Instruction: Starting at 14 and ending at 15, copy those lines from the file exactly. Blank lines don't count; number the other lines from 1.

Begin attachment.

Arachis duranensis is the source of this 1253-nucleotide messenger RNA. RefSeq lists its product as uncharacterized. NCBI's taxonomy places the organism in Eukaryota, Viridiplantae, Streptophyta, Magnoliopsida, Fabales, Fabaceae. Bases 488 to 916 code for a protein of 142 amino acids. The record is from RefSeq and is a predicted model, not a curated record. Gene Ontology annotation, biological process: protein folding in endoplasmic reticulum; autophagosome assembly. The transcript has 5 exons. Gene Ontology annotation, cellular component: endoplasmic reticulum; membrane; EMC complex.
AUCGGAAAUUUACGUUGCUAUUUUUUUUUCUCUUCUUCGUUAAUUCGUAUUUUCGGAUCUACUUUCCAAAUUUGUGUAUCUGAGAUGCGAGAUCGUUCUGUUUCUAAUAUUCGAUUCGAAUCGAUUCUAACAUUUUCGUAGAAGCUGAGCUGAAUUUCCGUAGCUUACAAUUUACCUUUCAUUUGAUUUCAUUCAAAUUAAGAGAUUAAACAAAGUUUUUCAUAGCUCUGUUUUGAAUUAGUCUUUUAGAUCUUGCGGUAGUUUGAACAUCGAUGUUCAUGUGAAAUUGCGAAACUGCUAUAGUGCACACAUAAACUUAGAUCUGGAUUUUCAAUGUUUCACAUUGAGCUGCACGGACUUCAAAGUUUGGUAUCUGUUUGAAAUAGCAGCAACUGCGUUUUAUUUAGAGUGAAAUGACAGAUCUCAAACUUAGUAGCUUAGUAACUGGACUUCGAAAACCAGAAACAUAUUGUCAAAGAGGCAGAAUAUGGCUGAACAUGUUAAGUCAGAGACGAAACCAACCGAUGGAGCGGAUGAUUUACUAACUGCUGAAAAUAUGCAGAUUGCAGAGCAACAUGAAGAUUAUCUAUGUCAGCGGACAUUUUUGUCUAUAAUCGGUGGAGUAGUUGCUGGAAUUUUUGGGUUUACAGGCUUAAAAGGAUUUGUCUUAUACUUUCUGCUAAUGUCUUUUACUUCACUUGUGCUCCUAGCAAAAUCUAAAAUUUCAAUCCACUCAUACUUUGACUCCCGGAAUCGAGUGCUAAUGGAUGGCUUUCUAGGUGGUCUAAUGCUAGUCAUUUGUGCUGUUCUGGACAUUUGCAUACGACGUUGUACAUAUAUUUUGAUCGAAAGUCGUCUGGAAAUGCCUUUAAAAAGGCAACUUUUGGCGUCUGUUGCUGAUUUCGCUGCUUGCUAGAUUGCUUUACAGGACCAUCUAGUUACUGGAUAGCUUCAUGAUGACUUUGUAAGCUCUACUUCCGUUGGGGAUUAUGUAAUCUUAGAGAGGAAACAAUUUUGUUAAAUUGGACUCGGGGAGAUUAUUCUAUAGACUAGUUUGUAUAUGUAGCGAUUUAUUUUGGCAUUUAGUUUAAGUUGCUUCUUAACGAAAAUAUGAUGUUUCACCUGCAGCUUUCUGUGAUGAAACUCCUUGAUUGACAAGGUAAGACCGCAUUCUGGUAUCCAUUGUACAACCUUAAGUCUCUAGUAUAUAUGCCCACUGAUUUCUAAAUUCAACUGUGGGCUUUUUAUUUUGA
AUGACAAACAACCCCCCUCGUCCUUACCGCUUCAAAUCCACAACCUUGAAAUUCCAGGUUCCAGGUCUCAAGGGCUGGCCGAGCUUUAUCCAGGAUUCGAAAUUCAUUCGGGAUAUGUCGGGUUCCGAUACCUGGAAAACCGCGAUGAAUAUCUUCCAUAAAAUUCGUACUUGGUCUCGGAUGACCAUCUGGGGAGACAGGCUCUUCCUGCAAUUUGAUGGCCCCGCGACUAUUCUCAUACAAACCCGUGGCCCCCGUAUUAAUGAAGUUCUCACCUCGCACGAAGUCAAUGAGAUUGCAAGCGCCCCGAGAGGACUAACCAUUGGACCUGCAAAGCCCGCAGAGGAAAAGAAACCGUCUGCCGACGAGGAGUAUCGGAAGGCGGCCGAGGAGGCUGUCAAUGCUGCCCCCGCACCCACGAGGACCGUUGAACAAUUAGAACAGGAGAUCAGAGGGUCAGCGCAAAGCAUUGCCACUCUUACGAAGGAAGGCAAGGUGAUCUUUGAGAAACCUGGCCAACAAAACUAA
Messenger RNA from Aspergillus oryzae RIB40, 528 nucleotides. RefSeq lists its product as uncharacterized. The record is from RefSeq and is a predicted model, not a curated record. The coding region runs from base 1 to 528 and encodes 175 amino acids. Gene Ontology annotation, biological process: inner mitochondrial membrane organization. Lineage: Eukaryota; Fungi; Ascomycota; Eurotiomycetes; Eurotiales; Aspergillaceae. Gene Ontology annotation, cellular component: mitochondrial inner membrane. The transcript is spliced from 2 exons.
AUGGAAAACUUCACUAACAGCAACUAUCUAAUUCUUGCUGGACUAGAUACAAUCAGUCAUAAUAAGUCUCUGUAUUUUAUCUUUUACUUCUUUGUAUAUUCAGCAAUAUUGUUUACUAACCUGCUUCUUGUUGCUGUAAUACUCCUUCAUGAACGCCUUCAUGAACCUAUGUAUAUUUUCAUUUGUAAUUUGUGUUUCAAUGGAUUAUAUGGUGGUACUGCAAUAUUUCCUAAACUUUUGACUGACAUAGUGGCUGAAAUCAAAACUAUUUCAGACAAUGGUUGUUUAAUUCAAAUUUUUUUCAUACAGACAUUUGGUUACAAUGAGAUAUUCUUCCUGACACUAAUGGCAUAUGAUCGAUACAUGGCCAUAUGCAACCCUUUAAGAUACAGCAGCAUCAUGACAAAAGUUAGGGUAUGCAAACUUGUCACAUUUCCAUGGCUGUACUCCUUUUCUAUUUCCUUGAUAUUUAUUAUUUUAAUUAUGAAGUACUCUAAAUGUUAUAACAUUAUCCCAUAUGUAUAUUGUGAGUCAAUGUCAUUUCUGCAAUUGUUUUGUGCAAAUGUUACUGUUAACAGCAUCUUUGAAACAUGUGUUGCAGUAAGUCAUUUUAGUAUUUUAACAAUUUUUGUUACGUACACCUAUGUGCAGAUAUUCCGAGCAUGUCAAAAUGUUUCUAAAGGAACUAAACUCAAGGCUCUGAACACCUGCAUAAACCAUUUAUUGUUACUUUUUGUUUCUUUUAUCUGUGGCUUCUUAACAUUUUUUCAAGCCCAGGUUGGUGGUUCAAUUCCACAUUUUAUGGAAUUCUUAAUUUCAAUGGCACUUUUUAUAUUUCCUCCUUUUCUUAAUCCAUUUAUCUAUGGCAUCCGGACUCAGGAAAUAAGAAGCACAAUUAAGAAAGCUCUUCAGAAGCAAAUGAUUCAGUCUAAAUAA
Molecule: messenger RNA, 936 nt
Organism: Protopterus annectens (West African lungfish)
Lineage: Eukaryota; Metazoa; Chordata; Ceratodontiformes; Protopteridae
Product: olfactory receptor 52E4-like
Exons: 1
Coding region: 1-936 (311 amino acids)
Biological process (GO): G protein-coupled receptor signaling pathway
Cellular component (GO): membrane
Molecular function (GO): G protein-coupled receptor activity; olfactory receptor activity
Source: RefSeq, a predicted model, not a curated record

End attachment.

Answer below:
Molecular function (GO): G protein-coupled receptor activity; olfactory receptor activity
Source: RefSeq, a predicted model, not a curated record